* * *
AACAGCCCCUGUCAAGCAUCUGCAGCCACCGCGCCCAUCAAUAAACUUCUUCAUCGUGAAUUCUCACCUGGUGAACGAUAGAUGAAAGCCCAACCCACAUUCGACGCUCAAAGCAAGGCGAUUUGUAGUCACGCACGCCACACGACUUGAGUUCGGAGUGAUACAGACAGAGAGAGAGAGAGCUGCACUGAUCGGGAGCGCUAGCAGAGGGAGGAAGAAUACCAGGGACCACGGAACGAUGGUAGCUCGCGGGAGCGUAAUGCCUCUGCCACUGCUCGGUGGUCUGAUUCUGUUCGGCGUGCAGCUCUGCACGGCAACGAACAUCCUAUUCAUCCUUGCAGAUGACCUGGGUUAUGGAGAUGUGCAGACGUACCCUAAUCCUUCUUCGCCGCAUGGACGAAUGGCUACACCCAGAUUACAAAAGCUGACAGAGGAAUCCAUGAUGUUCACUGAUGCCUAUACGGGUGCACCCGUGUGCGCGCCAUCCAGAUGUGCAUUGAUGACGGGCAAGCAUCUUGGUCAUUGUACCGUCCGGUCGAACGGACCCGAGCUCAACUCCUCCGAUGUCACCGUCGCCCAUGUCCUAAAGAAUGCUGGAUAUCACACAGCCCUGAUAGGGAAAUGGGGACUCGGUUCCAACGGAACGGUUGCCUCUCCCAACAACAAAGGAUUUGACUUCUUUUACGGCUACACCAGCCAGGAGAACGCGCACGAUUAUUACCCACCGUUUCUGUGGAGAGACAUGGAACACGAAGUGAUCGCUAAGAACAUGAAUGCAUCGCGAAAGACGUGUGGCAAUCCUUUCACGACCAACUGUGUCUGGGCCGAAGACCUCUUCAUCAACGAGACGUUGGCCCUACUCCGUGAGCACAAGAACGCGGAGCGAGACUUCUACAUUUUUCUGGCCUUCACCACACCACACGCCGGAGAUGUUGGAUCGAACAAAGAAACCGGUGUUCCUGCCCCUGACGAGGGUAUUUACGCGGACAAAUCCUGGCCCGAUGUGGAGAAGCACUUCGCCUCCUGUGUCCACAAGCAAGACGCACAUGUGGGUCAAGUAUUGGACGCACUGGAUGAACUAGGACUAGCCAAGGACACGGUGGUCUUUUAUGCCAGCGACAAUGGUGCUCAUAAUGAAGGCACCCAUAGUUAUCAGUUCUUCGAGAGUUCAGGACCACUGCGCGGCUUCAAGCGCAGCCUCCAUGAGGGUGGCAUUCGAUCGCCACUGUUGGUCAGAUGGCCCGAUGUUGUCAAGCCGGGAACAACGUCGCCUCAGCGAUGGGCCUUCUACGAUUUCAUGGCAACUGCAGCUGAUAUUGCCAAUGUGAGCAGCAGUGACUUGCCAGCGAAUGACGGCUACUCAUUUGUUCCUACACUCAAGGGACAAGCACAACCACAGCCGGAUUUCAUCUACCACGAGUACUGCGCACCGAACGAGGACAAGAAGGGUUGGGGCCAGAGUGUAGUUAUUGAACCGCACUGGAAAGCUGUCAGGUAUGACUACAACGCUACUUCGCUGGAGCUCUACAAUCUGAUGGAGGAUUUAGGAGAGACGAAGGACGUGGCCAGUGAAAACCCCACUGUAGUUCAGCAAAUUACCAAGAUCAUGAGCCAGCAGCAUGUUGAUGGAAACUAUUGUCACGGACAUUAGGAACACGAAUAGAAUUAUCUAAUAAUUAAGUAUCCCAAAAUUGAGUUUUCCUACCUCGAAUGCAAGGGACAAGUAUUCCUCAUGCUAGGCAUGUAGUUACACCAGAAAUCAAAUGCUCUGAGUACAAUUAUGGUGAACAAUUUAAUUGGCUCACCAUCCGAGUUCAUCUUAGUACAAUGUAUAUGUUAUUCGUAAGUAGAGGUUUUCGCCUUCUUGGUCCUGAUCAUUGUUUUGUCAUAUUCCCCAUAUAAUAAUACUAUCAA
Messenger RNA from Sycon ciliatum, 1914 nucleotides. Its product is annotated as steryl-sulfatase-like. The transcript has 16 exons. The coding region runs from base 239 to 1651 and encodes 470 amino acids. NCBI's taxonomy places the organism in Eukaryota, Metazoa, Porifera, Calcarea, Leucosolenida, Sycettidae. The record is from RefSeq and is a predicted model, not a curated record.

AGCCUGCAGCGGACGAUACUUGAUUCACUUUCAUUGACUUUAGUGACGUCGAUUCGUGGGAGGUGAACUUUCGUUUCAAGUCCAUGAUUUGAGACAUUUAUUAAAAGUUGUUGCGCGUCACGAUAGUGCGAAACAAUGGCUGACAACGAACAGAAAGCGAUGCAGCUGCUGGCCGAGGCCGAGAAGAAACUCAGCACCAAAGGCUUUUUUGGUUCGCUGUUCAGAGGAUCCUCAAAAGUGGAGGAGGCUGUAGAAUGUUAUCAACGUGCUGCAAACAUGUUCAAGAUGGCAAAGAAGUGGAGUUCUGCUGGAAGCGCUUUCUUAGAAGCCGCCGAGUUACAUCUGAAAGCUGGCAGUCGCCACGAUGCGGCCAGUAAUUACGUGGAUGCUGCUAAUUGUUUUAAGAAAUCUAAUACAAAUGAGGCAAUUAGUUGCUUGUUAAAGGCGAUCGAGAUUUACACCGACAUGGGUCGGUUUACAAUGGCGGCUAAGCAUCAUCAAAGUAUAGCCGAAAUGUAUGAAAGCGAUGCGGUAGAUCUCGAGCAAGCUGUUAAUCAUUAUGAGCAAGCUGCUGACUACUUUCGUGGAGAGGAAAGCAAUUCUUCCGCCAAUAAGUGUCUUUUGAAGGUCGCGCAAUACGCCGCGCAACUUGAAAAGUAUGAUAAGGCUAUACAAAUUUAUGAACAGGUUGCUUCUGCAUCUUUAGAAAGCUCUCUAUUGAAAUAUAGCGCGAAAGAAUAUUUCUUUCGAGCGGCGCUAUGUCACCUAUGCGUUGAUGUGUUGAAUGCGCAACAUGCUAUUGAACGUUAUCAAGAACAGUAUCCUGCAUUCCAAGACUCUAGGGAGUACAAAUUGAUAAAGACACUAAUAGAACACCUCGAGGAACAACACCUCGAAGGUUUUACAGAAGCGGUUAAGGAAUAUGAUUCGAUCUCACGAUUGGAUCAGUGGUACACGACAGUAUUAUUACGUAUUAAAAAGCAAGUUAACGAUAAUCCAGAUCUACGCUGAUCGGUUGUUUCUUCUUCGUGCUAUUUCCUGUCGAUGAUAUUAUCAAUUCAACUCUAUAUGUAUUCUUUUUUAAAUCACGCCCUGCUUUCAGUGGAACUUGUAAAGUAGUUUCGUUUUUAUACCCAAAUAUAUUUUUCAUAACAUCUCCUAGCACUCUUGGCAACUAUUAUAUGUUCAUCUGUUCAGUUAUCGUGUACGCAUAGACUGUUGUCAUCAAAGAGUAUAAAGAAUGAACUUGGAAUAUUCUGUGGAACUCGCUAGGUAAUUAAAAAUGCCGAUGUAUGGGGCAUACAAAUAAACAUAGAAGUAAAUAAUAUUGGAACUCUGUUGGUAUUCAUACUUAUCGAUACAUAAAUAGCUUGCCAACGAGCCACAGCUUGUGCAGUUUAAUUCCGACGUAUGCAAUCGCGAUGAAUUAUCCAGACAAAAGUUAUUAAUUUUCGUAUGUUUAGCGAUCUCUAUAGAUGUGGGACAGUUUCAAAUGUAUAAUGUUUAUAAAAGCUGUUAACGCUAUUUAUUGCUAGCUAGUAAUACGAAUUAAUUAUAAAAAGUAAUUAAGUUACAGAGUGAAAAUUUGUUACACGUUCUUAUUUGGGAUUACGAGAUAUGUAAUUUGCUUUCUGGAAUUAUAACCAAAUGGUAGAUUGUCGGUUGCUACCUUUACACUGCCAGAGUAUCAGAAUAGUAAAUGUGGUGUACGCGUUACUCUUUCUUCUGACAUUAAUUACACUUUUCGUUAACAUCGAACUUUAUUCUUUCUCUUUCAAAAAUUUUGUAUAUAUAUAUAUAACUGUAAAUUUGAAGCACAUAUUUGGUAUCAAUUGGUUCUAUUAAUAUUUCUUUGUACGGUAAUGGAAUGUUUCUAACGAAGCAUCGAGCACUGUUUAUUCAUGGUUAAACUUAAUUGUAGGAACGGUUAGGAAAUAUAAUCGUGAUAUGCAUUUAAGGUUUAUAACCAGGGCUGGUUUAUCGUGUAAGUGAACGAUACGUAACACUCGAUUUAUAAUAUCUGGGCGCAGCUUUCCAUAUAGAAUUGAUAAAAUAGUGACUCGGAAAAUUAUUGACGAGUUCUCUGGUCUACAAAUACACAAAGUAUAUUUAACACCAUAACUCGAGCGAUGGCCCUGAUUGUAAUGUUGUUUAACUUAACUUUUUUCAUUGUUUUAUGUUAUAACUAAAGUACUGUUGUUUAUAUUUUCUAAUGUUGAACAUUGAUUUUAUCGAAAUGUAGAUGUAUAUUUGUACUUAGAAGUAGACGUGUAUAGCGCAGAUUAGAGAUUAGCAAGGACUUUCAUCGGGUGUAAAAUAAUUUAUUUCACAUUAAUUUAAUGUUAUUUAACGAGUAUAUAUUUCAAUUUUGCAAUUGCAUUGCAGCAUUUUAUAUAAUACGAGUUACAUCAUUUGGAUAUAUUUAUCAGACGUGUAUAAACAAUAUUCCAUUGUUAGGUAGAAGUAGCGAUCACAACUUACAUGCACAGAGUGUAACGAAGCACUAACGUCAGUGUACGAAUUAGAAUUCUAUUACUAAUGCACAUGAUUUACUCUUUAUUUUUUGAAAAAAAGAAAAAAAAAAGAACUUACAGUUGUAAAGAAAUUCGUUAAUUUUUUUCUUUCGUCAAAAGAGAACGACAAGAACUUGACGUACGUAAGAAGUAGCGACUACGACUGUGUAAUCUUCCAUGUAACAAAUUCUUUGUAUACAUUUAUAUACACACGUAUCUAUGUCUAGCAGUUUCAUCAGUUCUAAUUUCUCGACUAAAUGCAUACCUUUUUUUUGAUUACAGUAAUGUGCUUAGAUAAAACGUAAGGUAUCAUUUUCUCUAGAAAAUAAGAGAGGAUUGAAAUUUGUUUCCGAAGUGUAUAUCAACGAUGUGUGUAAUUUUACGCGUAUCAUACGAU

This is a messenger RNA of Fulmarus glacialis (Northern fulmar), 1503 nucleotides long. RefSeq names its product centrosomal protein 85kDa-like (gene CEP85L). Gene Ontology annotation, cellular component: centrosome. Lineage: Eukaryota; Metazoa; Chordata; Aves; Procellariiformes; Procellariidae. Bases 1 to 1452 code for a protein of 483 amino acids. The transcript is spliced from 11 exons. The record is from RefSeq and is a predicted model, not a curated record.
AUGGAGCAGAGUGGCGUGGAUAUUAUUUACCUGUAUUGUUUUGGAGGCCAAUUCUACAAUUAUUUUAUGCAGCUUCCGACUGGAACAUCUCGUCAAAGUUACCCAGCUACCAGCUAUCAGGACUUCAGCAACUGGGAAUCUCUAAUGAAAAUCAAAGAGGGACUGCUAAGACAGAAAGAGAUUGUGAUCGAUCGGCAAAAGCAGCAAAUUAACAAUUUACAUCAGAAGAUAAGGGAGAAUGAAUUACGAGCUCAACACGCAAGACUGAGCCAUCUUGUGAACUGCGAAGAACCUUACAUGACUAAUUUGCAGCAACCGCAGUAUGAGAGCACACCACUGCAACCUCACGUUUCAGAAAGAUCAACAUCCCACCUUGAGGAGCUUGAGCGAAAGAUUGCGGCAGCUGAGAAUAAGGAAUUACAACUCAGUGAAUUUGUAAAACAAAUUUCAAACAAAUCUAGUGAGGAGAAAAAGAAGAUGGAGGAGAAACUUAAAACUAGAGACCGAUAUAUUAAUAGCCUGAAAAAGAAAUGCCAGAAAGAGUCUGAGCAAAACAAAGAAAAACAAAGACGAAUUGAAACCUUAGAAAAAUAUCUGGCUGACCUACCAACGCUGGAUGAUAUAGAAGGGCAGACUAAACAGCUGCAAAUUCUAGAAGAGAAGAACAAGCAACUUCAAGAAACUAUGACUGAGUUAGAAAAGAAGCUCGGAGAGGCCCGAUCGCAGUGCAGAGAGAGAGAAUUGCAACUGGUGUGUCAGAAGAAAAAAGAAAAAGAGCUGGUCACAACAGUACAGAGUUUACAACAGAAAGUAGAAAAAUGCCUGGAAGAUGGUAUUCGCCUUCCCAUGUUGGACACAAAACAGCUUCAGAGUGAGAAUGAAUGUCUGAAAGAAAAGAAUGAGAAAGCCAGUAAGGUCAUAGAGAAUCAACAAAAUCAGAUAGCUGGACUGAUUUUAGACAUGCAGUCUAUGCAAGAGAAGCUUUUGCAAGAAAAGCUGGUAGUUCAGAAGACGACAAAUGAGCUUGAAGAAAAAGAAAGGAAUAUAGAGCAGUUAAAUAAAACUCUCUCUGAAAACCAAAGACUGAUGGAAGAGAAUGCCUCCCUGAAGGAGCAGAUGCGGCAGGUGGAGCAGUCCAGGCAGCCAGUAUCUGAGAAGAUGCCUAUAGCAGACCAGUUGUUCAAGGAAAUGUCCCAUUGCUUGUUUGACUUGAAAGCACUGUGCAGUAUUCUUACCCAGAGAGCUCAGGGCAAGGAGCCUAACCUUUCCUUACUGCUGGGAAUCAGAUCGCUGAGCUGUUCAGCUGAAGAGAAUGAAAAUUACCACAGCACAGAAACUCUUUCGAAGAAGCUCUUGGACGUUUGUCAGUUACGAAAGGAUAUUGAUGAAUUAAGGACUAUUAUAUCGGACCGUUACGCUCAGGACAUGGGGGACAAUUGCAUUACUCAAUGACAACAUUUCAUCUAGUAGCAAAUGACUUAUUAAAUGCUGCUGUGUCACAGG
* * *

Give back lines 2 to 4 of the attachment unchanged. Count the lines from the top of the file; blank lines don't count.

Messenger RNA from Sycon ciliatum, 1914 nucleotides. Its product is annotated as steryl-sulfatase-like. The transcript has 16 exons. The coding region runs from base 239 to 1651 and encodes 470 amino acids. NCBI's taxonomy places the organism in Eukaryota, Metazoa, Porifera, Calcarea, Leucosolenida, Sycettidae. The record is from RefSeq and is a predicted model, not a curated record.

AGCCUGCAGCGGACGAUACUUGAUUCACUUUCAUUGACUUUAGUGACGUCGAUUCGUGGGAGGUGAACUUUCGUUUCAAGUCCAUGAUUUGAGACAUUUAUUAAAAGUUGUUGCGCGUCACGAUAGUGCGAAACAAUGGCUGACAACGAACAGAAAGCGAUGCAGCUGCUGGCCGAGGCCGAGAAGAAACUCAGCACCAAAGGCUUUUUUGGUUCGCUGUUCAGAGGAUCCUCAAAAGUGGAGGAGGCUGUAGAAUGUUAUCAACGUGCUGCAAACAUGUUCAAGAUGGCAAAGAAGUGGAGUUCUGCUGGAAGCGCUUUCUUAGAAGCCGCCGAGUUACAUCUGAAAGCUGGCAGUCGCCACGAUGCGGCCAGUAAUUACGUGGAUGCUGCUAAUUGUUUUAAGAAAUCUAAUACAAAUGAGGCAAUUAGUUGCUUGUUAAAGGCGAUCGAGAUUUACACCGACAUGGGUCGGUUUACAAUGGCGGCUAAGCAUCAUCAAAGUAUAGCCGAAAUGUAUGAAAGCGAUGCGGUAGAUCUCGAGCAAGCUGUUAAUCAUUAUGAGCAAGCUGCUGACUACUUUCGUGGAGAGGAAAGCAAUUCUUCCGCCAAUAAGUGUCUUUUGAAGGUCGCGCAAUACGCCGCGCAACUUGAAAAGUAUGAUAAGGCUAUACAAAUUUAUGAACAGGUUGCUUCUGCAUCUUUAGAAAGCUCUCUAUUGAAAUAUAGCGCGAAAGAAUAUUUCUUUCGAGCGGCGCUAUGUCACCUAUGCGUUGAUGUGUUGAAUGCGCAACAUGCUAUUGAACGUUAUCAAGAACAGUAUCCUGCAUUCCAAGACUCUAGGGAGUACAAAUUGAUAAAGACACUAAUAGAACACCUCGAGGAACAACACCUCGAAGGUUUUACAGAAGCGGUUAAGGAAUAUGAUUCGAUCUCACGAUUGGAUCAGUGGUACACGACAGUAUUAUUACGUAUUAAAAAGCAAGUUAACGAUAAUCCAGAUCUACGCUGAUCGGUUGUUUCUUCUUCGUGCUAUUUCCUGUCGAUGAUAUUAUCAAUUCAACUCUAUAUGUAUUCUUUUUUAAAUCACGCCCUGCUUUCAGUGGAACUUGUAAAGUAGUUUCGUUUUUAUACCCAAAUAUAUUUUUCAUAACAUCUCCUAGCACUCUUGGCAACUAUUAUAUGUUCAUCUGUUCAGUUAUCGUGUACGCAUAGACUGUUGUCAUCAAAGAGUAUAAAGAAUGAACUUGGAAUAUUCUGUGGAACUCGCUAGGUAAUUAAAAAUGCCGAUGUAUGGGGCAUACAAAUAAACAUAGAAGUAAAUAAUAUUGGAACUCUGUUGGUAUUCAUACUUAUCGAUACAUAAAUAGCUUGCCAACGAGCCACAGCUUGUGCAGUUUAAUUCCGACGUAUGCAAUCGCGAUGAAUUAUCCAGACAAAAGUUAUUAAUUUUCGUAUGUUUAGCGAUCUCUAUAGAUGUGGGACAGUUUCAAAUGUAUAAUGUUUAUAAAAGCUGUUAACGCUAUUUAUUGCUAGCUAGUAAUACGAAUUAAUUAUAAAAAGUAAUUAAGUUACAGAGUGAAAAUUUGUUACACGUUCUUAUUUGGGAUUACGAGAUAUGUAAUUUGCUUUCUGGAAUUAUAACCAAAUGGUAGAUUGUCGGUUGCUACCUUUACACUGCCAGAGUAUCAGAAUAGUAAAUGUGGUGUACGCGUUACUCUUUCUUCUGACAUUAAUUACACUUUUCGUUAACAUCGAACUUUAUUCUUUCUCUUUCAAAAAUUUUGUAUAUAUAUAUAUAACUGUAAAUUUGAAGCACAUAUUUGGUAUCAAUUGGUUCUAUUAAUAUUUCUUUGUACGGUAAUGGAAUGUUUCUAACGAAGCAUCGAGCACUGUUUAUUCAUGGUUAAACUUAAUUGUAGGAACGGUUAGGAAAUAUAAUCGUGAUAUGCAUUUAAGGUUUAUAACCAGGGCUGGUUUAUCGUGUAAGUGAACGAUACGUAACACUCGAUUUAUAAUAUCUGGGCGCAGCUUUCCAUAUAGAAUUGAUAAAAUAGUGACUCGGAAAAUUAUUGACGAGUUCUCUGGUCUACAAAUACACAAAGUAUAUUUAACACCAUAACUCGAGCGAUGGCCCUGAUUGUAAUGUUGUUUAACUUAACUUUUUUCAUUGUUUUAUGUUAUAACUAAAGUACUGUUGUUUAUAUUUUCUAAUGUUGAACAUUGAUUUUAUCGAAAUGUAGAUGUAUAUUUGUACUUAGAAGUAGACGUGUAUAGCGCAGAUUAGAGAUUAGCAAGGACUUUCAUCGGGUGUAAAAUAAUUUAUUUCACAUUAAUUUAAUGUUAUUUAACGAGUAUAUAUUUCAAUUUUGCAAUUGCAUUGCAGCAUUUUAUAUAAUACGAGUUACAUCAUUUGGAUAUAUUUAUCAGACGUGUAUAAACAAUAUUCCAUUGUUAGGUAGAAGUAGCGAUCACAACUUACAUGCACAGAGUGUAACGAAGCACUAACGUCAGUGUACGAAUUAGAAUUCUAUUACUAAUGCACAUGAUUUACUCUUUAUUUUUUGAAAAAAAGAAAAAAAAAAGAACUUACAGUUGUAAAGAAAUUCGUUAAUUUUUUUCUUUCGUCAAAAGAGAACGACAAGAACUUGACGUACGUAAGAAGUAGCGACUACGACUGUGUAAUCUUCCAUGUAACAAAUUCUUUGUAUACAUUUAUAUACACACGUAUCUAUGUCUAGCAGUUUCAUCAGUUCUAAUUUCUCGACUAAAUGCAUACCUUUUUUUUGAUUACAGUAAUGUGCUUAGAUAAAACGUAAGGUAUCAUUUUCUCUAGAAAAUAAGAGAGGAUUGAAAUUUGUUUCCGAAGUGUAUAUCAACGAUGUGUGUAAUUUUACGCGUAUCAUACGAU

This is a messenger RNA of Fulmarus glacialis (Northern fulmar), 1503 nucleotides long. RefSeq names its product centrosomal protein 85kDa-like (gene CEP85L). Gene Ontology annotation, cellular component: centrosome. Lineage: Eukaryota; Metazoa; Chordata; Aves; Procellariiformes; Procellariidae. Bases 1 to 1452 code for a protein of 483 amino acids. The transcript is spliced from 11 exons. The record is from RefSeq and is a predicted model, not a curated record.